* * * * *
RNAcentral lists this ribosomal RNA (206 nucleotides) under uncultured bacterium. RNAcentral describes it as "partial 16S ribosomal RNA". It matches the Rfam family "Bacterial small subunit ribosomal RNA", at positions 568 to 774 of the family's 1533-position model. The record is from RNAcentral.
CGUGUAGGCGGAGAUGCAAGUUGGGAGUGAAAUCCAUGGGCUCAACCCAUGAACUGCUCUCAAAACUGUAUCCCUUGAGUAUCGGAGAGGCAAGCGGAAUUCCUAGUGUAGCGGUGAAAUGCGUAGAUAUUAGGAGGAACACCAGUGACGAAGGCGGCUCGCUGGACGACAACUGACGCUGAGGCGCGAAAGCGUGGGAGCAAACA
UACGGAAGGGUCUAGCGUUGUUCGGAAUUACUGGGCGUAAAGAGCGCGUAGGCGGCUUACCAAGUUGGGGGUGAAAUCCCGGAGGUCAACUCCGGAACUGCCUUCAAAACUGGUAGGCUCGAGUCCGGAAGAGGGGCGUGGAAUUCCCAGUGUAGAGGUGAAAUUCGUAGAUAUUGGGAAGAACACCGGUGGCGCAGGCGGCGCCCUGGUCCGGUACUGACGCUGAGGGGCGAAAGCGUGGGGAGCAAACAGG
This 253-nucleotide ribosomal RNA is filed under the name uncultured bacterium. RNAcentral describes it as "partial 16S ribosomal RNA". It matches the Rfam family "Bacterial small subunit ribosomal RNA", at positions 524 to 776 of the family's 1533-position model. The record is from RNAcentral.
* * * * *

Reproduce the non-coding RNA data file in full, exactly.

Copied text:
RNAcentral lists this ribosomal RNA (206 nucleotides) under uncultured bacterium. RNAcentral describes it as "partial 16S ribosomal RNA". It matches the Rfam family "Bacterial small subunit ribosomal RNA", at positions 568 to 774 of the family's 1533-position model. The record is from RNAcentral.
CGUGUAGGCGGAGAUGCAAGUUGGGAGUGAAAUCCAUGGGCUCAACCCAUGAACUGCUCUCAAAACUGUAUCCCUUGAGUAUCGGAGAGGCAAGCGGAAUUCCUAGUGUAGCGGUGAAAUGCGUAGAUAUUAGGAGGAACACCAGUGACGAAGGCGGCUCGCUGGACGACAACUGACGCUGAGGCGCGAAAGCGUGGGAGCAAACA
UACGGAAGGGUCUAGCGUUGUUCGGAAUUACUGGGCGUAAAGAGCGCGUAGGCGGCUUACCAAGUUGGGGGUGAAAUCCCGGAGGUCAACUCCGGAACUGCCUUCAAAACUGGUAGGCUCGAGUCCGGAAGAGGGGCGUGGAAUUCCCAGUGUAGAGGUGAAAUUCGUAGAUAUUGGGAAGAACACCGGUGGCGCAGGCGGCGCCCUGGUCCGGUACUGACGCUGAGGGGCGAAAGCGUGGGGAGCAAACAGG
This 253-nucleotide ribosomal RNA is filed under the name uncultured bacterium. RNAcentral describes it as "partial 16S ribosomal RNA". It matches the Rfam family "Bacterial small subunit ribosomal RNA", at positions 524 to 776 of the family's 1533-position model. The record is from RNAcentral.